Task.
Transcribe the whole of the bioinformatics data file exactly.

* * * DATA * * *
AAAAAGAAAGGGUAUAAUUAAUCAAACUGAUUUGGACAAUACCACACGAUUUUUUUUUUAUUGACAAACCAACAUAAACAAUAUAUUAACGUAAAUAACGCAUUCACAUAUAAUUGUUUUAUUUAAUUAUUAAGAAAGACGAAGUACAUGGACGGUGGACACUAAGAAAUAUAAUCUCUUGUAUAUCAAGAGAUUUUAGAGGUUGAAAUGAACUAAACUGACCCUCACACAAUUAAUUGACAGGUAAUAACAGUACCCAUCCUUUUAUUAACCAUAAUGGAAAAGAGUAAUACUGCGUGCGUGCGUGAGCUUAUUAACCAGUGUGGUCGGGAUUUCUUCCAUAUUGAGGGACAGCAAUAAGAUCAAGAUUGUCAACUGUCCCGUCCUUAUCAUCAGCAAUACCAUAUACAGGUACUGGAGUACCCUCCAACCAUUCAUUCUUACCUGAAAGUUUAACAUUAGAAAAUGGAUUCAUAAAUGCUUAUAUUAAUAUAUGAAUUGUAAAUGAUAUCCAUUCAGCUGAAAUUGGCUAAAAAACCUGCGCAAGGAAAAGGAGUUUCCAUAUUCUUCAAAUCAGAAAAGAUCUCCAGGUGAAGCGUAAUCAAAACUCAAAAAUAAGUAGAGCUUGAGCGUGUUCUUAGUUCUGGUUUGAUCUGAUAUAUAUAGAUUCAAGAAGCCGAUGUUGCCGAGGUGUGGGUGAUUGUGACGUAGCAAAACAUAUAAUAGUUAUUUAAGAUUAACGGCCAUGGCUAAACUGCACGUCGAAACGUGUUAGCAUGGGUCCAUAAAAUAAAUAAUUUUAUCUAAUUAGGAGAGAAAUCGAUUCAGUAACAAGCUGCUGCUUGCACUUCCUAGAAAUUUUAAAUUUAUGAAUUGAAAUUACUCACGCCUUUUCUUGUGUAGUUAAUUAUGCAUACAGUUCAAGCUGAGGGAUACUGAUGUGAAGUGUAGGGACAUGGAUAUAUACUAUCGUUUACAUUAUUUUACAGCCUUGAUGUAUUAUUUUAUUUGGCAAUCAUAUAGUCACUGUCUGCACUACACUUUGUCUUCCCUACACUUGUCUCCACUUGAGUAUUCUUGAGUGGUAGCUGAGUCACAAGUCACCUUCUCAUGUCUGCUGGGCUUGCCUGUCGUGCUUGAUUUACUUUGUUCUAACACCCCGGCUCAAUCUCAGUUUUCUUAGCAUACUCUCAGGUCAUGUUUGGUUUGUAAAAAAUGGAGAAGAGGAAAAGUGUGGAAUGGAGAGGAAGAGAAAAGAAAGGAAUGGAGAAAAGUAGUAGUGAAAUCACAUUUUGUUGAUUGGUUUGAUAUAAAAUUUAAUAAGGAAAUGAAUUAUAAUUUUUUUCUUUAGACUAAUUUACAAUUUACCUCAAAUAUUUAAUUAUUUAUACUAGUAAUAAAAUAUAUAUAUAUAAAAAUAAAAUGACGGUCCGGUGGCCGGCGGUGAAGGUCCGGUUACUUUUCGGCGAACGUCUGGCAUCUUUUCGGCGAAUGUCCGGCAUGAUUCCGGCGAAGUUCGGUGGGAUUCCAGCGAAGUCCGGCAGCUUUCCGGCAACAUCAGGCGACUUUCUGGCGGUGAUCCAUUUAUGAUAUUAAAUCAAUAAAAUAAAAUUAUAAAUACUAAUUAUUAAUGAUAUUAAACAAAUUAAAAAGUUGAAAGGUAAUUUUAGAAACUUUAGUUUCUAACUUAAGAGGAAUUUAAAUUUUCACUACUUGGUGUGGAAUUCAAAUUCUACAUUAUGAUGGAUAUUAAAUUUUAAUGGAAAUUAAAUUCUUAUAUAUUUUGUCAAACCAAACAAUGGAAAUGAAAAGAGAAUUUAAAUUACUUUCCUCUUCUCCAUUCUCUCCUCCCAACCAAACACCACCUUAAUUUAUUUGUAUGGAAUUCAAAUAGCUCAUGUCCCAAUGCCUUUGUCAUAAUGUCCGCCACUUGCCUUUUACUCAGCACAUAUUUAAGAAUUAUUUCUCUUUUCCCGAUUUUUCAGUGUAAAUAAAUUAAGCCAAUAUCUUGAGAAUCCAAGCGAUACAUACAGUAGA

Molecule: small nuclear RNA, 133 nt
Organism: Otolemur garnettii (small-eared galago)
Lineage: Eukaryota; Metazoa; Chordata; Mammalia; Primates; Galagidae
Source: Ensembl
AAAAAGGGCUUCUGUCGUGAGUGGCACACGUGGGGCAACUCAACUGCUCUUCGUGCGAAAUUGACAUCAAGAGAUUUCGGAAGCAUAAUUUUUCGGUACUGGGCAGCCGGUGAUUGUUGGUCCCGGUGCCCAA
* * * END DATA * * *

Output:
AAAAAGAAAGGGUAUAAUUAAUCAAACUGAUUUGGACAAUACCACACGAUUUUUUUUUUAUUGACAAACCAACAUAAACAAUAUAUUAACGUAAAUAACGCAUUCACAUAUAAUUGUUUUAUUUAAUUAUUAAGAAAGACGAAGUACAUGGACGGUGGACACUAAGAAAUAUAAUCUCUUGUAUAUCAAGAGAUUUUAGAGGUUGAAAUGAACUAAACUGACCCUCACACAAUUAAUUGACAGGUAAUAACAGUACCCAUCCUUUUAUUAACCAUAAUGGAAAAGAGUAAUACUGCGUGCGUGCGUGAGCUUAUUAACCAGUGUGGUCGGGAUUUCUUCCAUAUUGAGGGACAGCAAUAAGAUCAAGAUUGUCAACUGUCCCGUCCUUAUCAUCAGCAAUACCAUAUACAGGUACUGGAGUACCCUCCAACCAUUCAUUCUUACCUGAAAGUUUAACAUUAGAAAAUGGAUUCAUAAAUGCUUAUAUUAAUAUAUGAAUUGUAAAUGAUAUCCAUUCAGCUGAAAUUGGCUAAAAAACCUGCGCAAGGAAAAGGAGUUUCCAUAUUCUUCAAAUCAGAAAAGAUCUCCAGGUGAAGCGUAAUCAAAACUCAAAAAUAAGUAGAGCUUGAGCGUGUUCUUAGUUCUGGUUUGAUCUGAUAUAUAUAGAUUCAAGAAGCCGAUGUUGCCGAGGUGUGGGUGAUUGUGACGUAGCAAAACAUAUAAUAGUUAUUUAAGAUUAACGGCCAUGGCUAAACUGCACGUCGAAACGUGUUAGCAUGGGUCCAUAAAAUAAAUAAUUUUAUCUAAUUAGGAGAGAAAUCGAUUCAGUAACAAGCUGCUGCUUGCACUUCCUAGAAAUUUUAAAUUUAUGAAUUGAAAUUACUCACGCCUUUUCUUGUGUAGUUAAUUAUGCAUACAGUUCAAGCUGAGGGAUACUGAUGUGAAGUGUAGGGACAUGGAUAUAUACUAUCGUUUACAUUAUUUUACAGCCUUGAUGUAUUAUUUUAUUUGGCAAUCAUAUAGUCACUGUCUGCACUACACUUUGUCUUCCCUACACUUGUCUCCACUUGAGUAUUCUUGAGUGGUAGCUGAGUCACAAGUCACCUUCUCAUGUCUGCUGGGCUUGCCUGUCGUGCUUGAUUUACUUUGUUCUAACACCCCGGCUCAAUCUCAGUUUUCUUAGCAUACUCUCAGGUCAUGUUUGGUUUGUAAAAAAUGGAGAAGAGGAAAAGUGUGGAAUGGAGAGGAAGAGAAAAGAAAGGAAUGGAGAAAAGUAGUAGUGAAAUCACAUUUUGUUGAUUGGUUUGAUAUAAAAUUUAAUAAGGAAAUGAAUUAUAAUUUUUUUCUUUAGACUAAUUUACAAUUUACCUCAAAUAUUUAAUUAUUUAUACUAGUAAUAAAAUAUAUAUAUAUAAAAAUAAAAUGACGGUCCGGUGGCCGGCGGUGAAGGUCCGGUUACUUUUCGGCGAACGUCUGGCAUCUUUUCGGCGAAUGUCCGGCAUGAUUCCGGCGAAGUUCGGUGGGAUUCCAGCGAAGUCCGGCAGCUUUCCGGCAACAUCAGGCGACUUUCUGGCGGUGAUCCAUUUAUGAUAUUAAAUCAAUAAAAUAAAAUUAUAAAUACUAAUUAUUAAUGAUAUUAAACAAAUUAAAAAGUUGAAAGGUAAUUUUAGAAACUUUAGUUUCUAACUUAAGAGGAAUUUAAAUUUUCACUACUUGGUGUGGAAUUCAAAUUCUACAUUAUGAUGGAUAUUAAAUUUUAAUGGAAAUUAAAUUCUUAUAUAUUUUGUCAAACCAAACAAUGGAAAUGAAAAGAGAAUUUAAAUUACUUUCCUCUUCUCCAUUCUCUCCUCCCAACCAAACACCACCUUAAUUUAUUUGUAUGGAAUUCAAAUAGCUCAUGUCCCAAUGCCUUUGUCAUAAUGUCCGCCACUUGCCUUUUACUCAGCACAUAUUUAAGAAUUAUUUCUCUUUUCCCGAUUUUUCAGUGUAAAUAAAUUAAGCCAAUAUCUUGAGAAUCCAAGCGAUACAUACAGUAGA

Molecule: small nuclear RNA, 133 nt
Organism: Otolemur garnettii (small-eared galago)
Lineage: Eukaryota; Metazoa; Chordata; Mammalia; Primates; Galagidae
Source: Ensembl
AAAAAGGGCUUCUGUCGUGAGUGGCACACGUGGGGCAACUCAACUGCUCUUCGUGCGAAAUUGACAUCAAGAGAUUUCGGAAGCAUAAUUUUUCGGUACUGGGCAGCCGGUGAUUGUUGGUCCCGGUGCCCAA